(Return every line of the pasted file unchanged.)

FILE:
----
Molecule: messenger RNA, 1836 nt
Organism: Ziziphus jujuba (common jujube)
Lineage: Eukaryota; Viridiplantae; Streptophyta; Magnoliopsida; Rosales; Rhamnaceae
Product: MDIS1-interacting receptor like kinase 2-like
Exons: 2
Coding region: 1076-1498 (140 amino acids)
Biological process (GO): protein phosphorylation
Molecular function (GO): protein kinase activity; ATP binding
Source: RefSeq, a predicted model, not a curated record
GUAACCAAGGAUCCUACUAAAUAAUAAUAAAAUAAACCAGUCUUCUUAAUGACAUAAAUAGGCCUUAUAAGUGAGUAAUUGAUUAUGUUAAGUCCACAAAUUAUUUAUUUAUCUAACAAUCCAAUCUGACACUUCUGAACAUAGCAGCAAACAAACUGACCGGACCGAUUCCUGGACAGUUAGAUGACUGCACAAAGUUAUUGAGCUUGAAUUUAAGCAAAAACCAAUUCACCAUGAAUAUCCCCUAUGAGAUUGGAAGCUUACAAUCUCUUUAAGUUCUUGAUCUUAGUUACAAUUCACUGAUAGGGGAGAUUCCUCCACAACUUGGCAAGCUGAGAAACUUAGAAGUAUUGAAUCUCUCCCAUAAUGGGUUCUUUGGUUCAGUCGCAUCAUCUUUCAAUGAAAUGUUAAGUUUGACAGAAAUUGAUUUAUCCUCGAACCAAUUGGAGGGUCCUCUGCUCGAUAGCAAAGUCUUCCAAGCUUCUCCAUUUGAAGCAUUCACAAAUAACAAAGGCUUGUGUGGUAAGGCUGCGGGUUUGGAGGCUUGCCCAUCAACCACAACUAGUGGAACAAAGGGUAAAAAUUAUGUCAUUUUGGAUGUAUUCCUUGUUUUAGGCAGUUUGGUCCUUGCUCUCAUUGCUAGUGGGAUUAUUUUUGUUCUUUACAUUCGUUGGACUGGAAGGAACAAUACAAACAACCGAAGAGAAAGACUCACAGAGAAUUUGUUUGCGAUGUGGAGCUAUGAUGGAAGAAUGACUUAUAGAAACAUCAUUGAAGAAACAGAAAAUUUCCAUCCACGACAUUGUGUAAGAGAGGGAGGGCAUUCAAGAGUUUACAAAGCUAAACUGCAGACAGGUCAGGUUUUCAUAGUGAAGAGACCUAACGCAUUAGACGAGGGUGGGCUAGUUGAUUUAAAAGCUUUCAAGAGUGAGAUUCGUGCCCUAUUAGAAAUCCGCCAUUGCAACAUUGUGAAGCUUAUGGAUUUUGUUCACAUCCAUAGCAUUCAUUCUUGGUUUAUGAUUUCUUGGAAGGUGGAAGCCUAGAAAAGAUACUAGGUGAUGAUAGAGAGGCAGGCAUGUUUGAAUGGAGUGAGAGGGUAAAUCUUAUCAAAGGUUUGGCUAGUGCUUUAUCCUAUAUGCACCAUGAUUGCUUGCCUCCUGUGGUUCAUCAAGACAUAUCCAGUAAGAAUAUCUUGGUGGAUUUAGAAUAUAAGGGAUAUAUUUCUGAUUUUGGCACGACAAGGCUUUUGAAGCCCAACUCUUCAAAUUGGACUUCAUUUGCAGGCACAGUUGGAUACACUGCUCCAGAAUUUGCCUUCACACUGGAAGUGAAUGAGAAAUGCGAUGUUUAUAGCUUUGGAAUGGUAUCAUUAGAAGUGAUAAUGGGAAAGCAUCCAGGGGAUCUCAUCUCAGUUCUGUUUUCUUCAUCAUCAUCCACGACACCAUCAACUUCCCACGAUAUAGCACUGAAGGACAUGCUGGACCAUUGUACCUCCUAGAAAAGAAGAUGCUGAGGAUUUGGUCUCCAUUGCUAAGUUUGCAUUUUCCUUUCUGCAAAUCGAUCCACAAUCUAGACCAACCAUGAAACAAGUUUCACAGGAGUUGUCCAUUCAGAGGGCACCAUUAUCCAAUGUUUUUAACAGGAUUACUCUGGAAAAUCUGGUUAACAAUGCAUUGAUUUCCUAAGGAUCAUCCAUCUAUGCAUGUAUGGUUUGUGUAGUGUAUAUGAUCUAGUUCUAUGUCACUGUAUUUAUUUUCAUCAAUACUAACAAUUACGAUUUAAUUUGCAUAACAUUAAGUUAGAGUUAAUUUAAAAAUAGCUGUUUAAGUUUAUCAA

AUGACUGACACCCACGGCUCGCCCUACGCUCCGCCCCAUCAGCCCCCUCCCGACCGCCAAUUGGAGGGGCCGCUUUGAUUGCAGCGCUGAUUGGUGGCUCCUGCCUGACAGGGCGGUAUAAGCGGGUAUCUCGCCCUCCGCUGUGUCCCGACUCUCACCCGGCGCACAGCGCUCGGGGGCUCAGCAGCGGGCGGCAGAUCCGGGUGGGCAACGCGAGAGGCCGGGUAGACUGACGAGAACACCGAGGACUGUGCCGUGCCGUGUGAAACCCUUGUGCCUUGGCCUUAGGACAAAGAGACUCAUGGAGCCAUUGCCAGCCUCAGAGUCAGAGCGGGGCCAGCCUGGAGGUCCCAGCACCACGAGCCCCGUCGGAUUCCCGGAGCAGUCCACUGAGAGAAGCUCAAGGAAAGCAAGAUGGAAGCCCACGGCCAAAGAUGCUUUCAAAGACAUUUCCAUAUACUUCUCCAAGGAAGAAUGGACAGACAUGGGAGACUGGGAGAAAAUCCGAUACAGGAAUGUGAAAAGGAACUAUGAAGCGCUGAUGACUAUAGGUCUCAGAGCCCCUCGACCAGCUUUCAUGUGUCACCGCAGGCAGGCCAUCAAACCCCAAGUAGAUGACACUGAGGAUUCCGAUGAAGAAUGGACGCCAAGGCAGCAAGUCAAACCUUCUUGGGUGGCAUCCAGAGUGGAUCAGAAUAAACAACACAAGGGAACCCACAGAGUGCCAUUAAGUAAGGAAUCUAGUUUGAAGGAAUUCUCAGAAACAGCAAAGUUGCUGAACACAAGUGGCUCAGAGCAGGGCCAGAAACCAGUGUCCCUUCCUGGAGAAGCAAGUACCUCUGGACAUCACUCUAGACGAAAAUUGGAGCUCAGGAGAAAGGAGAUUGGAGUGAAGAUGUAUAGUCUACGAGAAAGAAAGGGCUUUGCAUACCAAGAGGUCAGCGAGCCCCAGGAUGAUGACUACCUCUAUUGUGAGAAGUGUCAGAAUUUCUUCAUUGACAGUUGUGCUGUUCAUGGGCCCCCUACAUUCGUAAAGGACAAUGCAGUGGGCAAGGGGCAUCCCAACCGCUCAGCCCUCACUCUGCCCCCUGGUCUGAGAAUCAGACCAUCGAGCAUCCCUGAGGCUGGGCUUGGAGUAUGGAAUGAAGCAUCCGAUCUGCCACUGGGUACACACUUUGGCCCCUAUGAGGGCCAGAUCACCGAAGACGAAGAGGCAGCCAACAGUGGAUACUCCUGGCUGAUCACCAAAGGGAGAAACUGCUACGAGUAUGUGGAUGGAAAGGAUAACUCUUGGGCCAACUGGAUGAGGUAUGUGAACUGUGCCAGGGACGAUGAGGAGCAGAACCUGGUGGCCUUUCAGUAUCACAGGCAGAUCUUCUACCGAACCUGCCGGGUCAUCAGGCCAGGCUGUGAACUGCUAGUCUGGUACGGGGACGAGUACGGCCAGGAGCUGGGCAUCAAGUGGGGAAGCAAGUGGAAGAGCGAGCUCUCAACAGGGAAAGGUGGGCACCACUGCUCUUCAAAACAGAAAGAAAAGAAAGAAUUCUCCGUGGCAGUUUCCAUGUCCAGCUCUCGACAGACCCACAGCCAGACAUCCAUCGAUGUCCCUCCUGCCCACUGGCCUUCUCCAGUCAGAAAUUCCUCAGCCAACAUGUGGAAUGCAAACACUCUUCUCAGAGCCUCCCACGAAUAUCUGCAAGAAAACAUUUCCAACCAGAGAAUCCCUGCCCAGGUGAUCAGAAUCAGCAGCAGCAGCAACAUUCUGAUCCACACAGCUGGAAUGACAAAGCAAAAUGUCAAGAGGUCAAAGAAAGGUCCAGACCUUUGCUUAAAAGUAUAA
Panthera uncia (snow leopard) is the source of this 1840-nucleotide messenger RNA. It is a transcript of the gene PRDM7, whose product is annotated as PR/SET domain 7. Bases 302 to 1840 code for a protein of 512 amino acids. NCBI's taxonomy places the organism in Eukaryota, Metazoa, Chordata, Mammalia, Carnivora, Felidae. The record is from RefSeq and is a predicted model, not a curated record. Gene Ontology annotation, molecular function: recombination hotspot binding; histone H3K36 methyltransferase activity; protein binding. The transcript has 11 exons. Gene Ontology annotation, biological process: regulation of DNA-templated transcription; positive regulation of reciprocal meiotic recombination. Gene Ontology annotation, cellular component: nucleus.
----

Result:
Molecule: messenger RNA, 1836 nt
Organism: Ziziphus jujuba (common jujube)
Lineage: Eukaryota; Viridiplantae; Streptophyta; Magnoliopsida; Rosales; Rhamnaceae
Product: MDIS1-interacting receptor like kinase 2-like
Exons: 2
Coding region: 1076-1498 (140 amino acids)
Biological process (GO): protein phosphorylation
Molecular function (GO): protein kinase activity; ATP binding
Source: RefSeq, a predicted model, not a curated record
GUAACCAAGGAUCCUACUAAAUAAUAAUAAAAUAAACCAGUCUUCUUAAUGACAUAAAUAGGCCUUAUAAGUGAGUAAUUGAUUAUGUUAAGUCCACAAAUUAUUUAUUUAUCUAACAAUCCAAUCUGACACUUCUGAACAUAGCAGCAAACAAACUGACCGGACCGAUUCCUGGACAGUUAGAUGACUGCACAAAGUUAUUGAGCUUGAAUUUAAGCAAAAACCAAUUCACCAUGAAUAUCCCCUAUGAGAUUGGAAGCUUACAAUCUCUUUAAGUUCUUGAUCUUAGUUACAAUUCACUGAUAGGGGAGAUUCCUCCACAACUUGGCAAGCUGAGAAACUUAGAAGUAUUGAAUCUCUCCCAUAAUGGGUUCUUUGGUUCAGUCGCAUCAUCUUUCAAUGAAAUGUUAAGUUUGACAGAAAUUGAUUUAUCCUCGAACCAAUUGGAGGGUCCUCUGCUCGAUAGCAAAGUCUUCCAAGCUUCUCCAUUUGAAGCAUUCACAAAUAACAAAGGCUUGUGUGGUAAGGCUGCGGGUUUGGAGGCUUGCCCAUCAACCACAACUAGUGGAACAAAGGGUAAAAAUUAUGUCAUUUUGGAUGUAUUCCUUGUUUUAGGCAGUUUGGUCCUUGCUCUCAUUGCUAGUGGGAUUAUUUUUGUUCUUUACAUUCGUUGGACUGGAAGGAACAAUACAAACAACCGAAGAGAAAGACUCACAGAGAAUUUGUUUGCGAUGUGGAGCUAUGAUGGAAGAAUGACUUAUAGAAACAUCAUUGAAGAAACAGAAAAUUUCCAUCCACGACAUUGUGUAAGAGAGGGAGGGCAUUCAAGAGUUUACAAAGCUAAACUGCAGACAGGUCAGGUUUUCAUAGUGAAGAGACCUAACGCAUUAGACGAGGGUGGGCUAGUUGAUUUAAAAGCUUUCAAGAGUGAGAUUCGUGCCCUAUUAGAAAUCCGCCAUUGCAACAUUGUGAAGCUUAUGGAUUUUGUUCACAUCCAUAGCAUUCAUUCUUGGUUUAUGAUUUCUUGGAAGGUGGAAGCCUAGAAAAGAUACUAGGUGAUGAUAGAGAGGCAGGCAUGUUUGAAUGGAGUGAGAGGGUAAAUCUUAUCAAAGGUUUGGCUAGUGCUUUAUCCUAUAUGCACCAUGAUUGCUUGCCUCCUGUGGUUCAUCAAGACAUAUCCAGUAAGAAUAUCUUGGUGGAUUUAGAAUAUAAGGGAUAUAUUUCUGAUUUUGGCACGACAAGGCUUUUGAAGCCCAACUCUUCAAAUUGGACUUCAUUUGCAGGCACAGUUGGAUACACUGCUCCAGAAUUUGCCUUCACACUGGAAGUGAAUGAGAAAUGCGAUGUUUAUAGCUUUGGAAUGGUAUCAUUAGAAGUGAUAAUGGGAAAGCAUCCAGGGGAUCUCAUCUCAGUUCUGUUUUCUUCAUCAUCAUCCACGACACCAUCAACUUCCCACGAUAUAGCACUGAAGGACAUGCUGGACCAUUGUACCUCCUAGAAAAGAAGAUGCUGAGGAUUUGGUCUCCAUUGCUAAGUUUGCAUUUUCCUUUCUGCAAAUCGAUCCACAAUCUAGACCAACCAUGAAACAAGUUUCACAGGAGUUGUCCAUUCAGAGGGCACCAUUAUCCAAUGUUUUUAACAGGAUUACUCUGGAAAAUCUGGUUAACAAUGCAUUGAUUUCCUAAGGAUCAUCCAUCUAUGCAUGUAUGGUUUGUGUAGUGUAUAUGAUCUAGUUCUAUGUCACUGUAUUUAUUUUCAUCAAUACUAACAAUUACGAUUUAAUUUGCAUAACAUUAAGUUAGAGUUAAUUUAAAAAUAGCUGUUUAAGUUUAUCAA

AUGACUGACACCCACGGCUCGCCCUACGCUCCGCCCCAUCAGCCCCCUCCCGACCGCCAAUUGGAGGGGCCGCUUUGAUUGCAGCGCUGAUUGGUGGCUCCUGCCUGACAGGGCGGUAUAAGCGGGUAUCUCGCCCUCCGCUGUGUCCCGACUCUCACCCGGCGCACAGCGCUCGGGGGCUCAGCAGCGGGCGGCAGAUCCGGGUGGGCAACGCGAGAGGCCGGGUAGACUGACGAGAACACCGAGGACUGUGCCGUGCCGUGUGAAACCCUUGUGCCUUGGCCUUAGGACAAAGAGACUCAUGGAGCCAUUGCCAGCCUCAGAGUCAGAGCGGGGCCAGCCUGGAGGUCCCAGCACCACGAGCCCCGUCGGAUUCCCGGAGCAGUCCACUGAGAGAAGCUCAAGGAAAGCAAGAUGGAAGCCCACGGCCAAAGAUGCUUUCAAAGACAUUUCCAUAUACUUCUCCAAGGAAGAAUGGACAGACAUGGGAGACUGGGAGAAAAUCCGAUACAGGAAUGUGAAAAGGAACUAUGAAGCGCUGAUGACUAUAGGUCUCAGAGCCCCUCGACCAGCUUUCAUGUGUCACCGCAGGCAGGCCAUCAAACCCCAAGUAGAUGACACUGAGGAUUCCGAUGAAGAAUGGACGCCAAGGCAGCAAGUCAAACCUUCUUGGGUGGCAUCCAGAGUGGAUCAGAAUAAACAACACAAGGGAACCCACAGAGUGCCAUUAAGUAAGGAAUCUAGUUUGAAGGAAUUCUCAGAAACAGCAAAGUUGCUGAACACAAGUGGCUCAGAGCAGGGCCAGAAACCAGUGUCCCUUCCUGGAGAAGCAAGUACCUCUGGACAUCACUCUAGACGAAAAUUGGAGCUCAGGAGAAAGGAGAUUGGAGUGAAGAUGUAUAGUCUACGAGAAAGAAAGGGCUUUGCAUACCAAGAGGUCAGCGAGCCCCAGGAUGAUGACUACCUCUAUUGUGAGAAGUGUCAGAAUUUCUUCAUUGACAGUUGUGCUGUUCAUGGGCCCCCUACAUUCGUAAAGGACAAUGCAGUGGGCAAGGGGCAUCCCAACCGCUCAGCCCUCACUCUGCCCCCUGGUCUGAGAAUCAGACCAUCGAGCAUCCCUGAGGCUGGGCUUGGAGUAUGGAAUGAAGCAUCCGAUCUGCCACUGGGUACACACUUUGGCCCCUAUGAGGGCCAGAUCACCGAAGACGAAGAGGCAGCCAACAGUGGAUACUCCUGGCUGAUCACCAAAGGGAGAAACUGCUACGAGUAUGUGGAUGGAAAGGAUAACUCUUGGGCCAACUGGAUGAGGUAUGUGAACUGUGCCAGGGACGAUGAGGAGCAGAACCUGGUGGCCUUUCAGUAUCACAGGCAGAUCUUCUACCGAACCUGCCGGGUCAUCAGGCCAGGCUGUGAACUGCUAGUCUGGUACGGGGACGAGUACGGCCAGGAGCUGGGCAUCAAGUGGGGAAGCAAGUGGAAGAGCGAGCUCUCAACAGGGAAAGGUGGGCACCACUGCUCUUCAAAACAGAAAGAAAAGAAAGAAUUCUCCGUGGCAGUUUCCAUGUCCAGCUCUCGACAGACCCACAGCCAGACAUCCAUCGAUGUCCCUCCUGCCCACUGGCCUUCUCCAGUCAGAAAUUCCUCAGCCAACAUGUGGAAUGCAAACACUCUUCUCAGAGCCUCCCACGAAUAUCUGCAAGAAAACAUUUCCAACCAGAGAAUCCCUGCCCAGGUGAUCAGAAUCAGCAGCAGCAGCAACAUUCUGAUCCACACAGCUGGAAUGACAAAGCAAAAUGUCAAGAGGUCAAAGAAAGGUCCAGACCUUUGCUUAAAAGUAUAA
Panthera uncia (snow leopard) is the source of this 1840-nucleotide messenger RNA. It is a transcript of the gene PRDM7, whose product is annotated as PR/SET domain 7. Bases 302 to 1840 code for a protein of 512 amino acids. NCBI's taxonomy places the organism in Eukaryota, Metazoa, Chordata, Mammalia, Carnivora, Felidae. The record is from RefSeq and is a predicted model, not a curated record. Gene Ontology annotation, molecular function: recombination hotspot binding; histone H3K36 methyltransferase activity; protein binding. The transcript has 11 exons. Gene Ontology annotation, biological process: regulation of DNA-templated transcription; positive regulation of reciprocal meiotic recombination. Gene Ontology annotation, cellular component: nucleus.